Except for this is real life. Without trick photography. No one is slowing down the cameras. The worlds greatest showman is just bigger, stronger and more confident, than anyone else in the fastest races on the planet.

You can train. You can prepare yourself mentally. You can run your best race, but ultimately, when Bolt shifts into gear, you might as well be standing still.

Imagine if Bolt had ever felt the need to actually get a good jump at the gun, had worked to improve his acceleration and actually finished a race at full speed. Could he have run a sub-9-second 100?

Odds are he doesn’t want us to know. Because it doesn’t matter to him and he knows that if we don’t understand exactly how explosive he is, we will be left thirsting for more and hoping that some day he will take his foot off the break and show us just how fast the human body is capable of going.

Until then we will just keep dragging ourselves back to the screen with a old school rap lyric stuck in our heads and just like that, he’ll be gone…

and the legend will live on.

Peter Wiseman’s Olympic Athlete Profiles: Ibtihaj Muhammad

Ibti might hide behind a mask, but she is one of the bravest athletes you will ever meet. A female, African-American, Muslim, she will be the first member of team USA to wear a hijab in competition.


She originally chose sabre fencing because the helmet and full body gear give her a way to respect her beliefs without sticking out from the other athletes.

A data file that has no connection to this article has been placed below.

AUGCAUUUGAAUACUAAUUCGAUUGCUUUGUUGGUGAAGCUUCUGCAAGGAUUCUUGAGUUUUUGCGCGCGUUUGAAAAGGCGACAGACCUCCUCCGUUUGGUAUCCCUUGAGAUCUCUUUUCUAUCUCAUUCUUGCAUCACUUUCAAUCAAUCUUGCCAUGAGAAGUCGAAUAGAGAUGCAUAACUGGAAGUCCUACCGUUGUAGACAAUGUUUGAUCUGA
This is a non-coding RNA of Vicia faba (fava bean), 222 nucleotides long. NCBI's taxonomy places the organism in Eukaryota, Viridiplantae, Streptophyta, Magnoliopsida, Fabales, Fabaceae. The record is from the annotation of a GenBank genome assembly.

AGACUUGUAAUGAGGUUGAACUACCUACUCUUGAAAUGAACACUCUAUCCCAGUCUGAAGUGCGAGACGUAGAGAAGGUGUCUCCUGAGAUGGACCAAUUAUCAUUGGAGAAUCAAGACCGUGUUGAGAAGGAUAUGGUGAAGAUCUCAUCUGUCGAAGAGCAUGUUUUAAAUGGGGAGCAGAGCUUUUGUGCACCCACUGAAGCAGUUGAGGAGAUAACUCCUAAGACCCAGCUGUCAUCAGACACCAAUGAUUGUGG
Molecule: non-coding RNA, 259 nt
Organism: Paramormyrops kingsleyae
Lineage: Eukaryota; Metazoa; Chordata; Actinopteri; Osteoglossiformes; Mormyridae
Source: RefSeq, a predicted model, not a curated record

This doesn’t mean she is ashamed in the least bit, however, as Ibtihaj is known for advocating for the Muslim religion and promoting equality for athletes.

The 31 year old fencer is ranked 8th by the International Fencing Federation, and has already been named as one of Time’s 100 most influential people.

“I just wanted to break that stereotype and challenge people’s idea of what a fencer looks like”

Growing up in a diverse neighborhood in, Maplewood, New Jersey, Ibtihaj was able to be comfortable in her own skin. As her success in the sport allowed her to branch out, she realized that not every female athlete had that same luxury. That was one of the driving forces that kept her in the sport for this length of time. 

“When I looked at this sport, specifically the United States fencing team, it wasn’t very diverse. And I just wanted to break that stereotype and challenge people’s idea of what a fencer looks like. When I was told there had never been a Muslim woman who wears the hijab on the United States Olympic team, that was just another challenge, another goal I set for myself.”

Ibtihaj is no stranger to challenges as she makes a practice of training through Ramadan while fasting from sun up to sun down.

It’s worth it though for the young lady who is never more content then on the fencing strip where everything else fades away momentarily and she focuses only on her opponent.

It’s that focus that has her striving for gold, but either way she finds herself is in a great position, knowing that win or lose, she is making a difference in the world around her.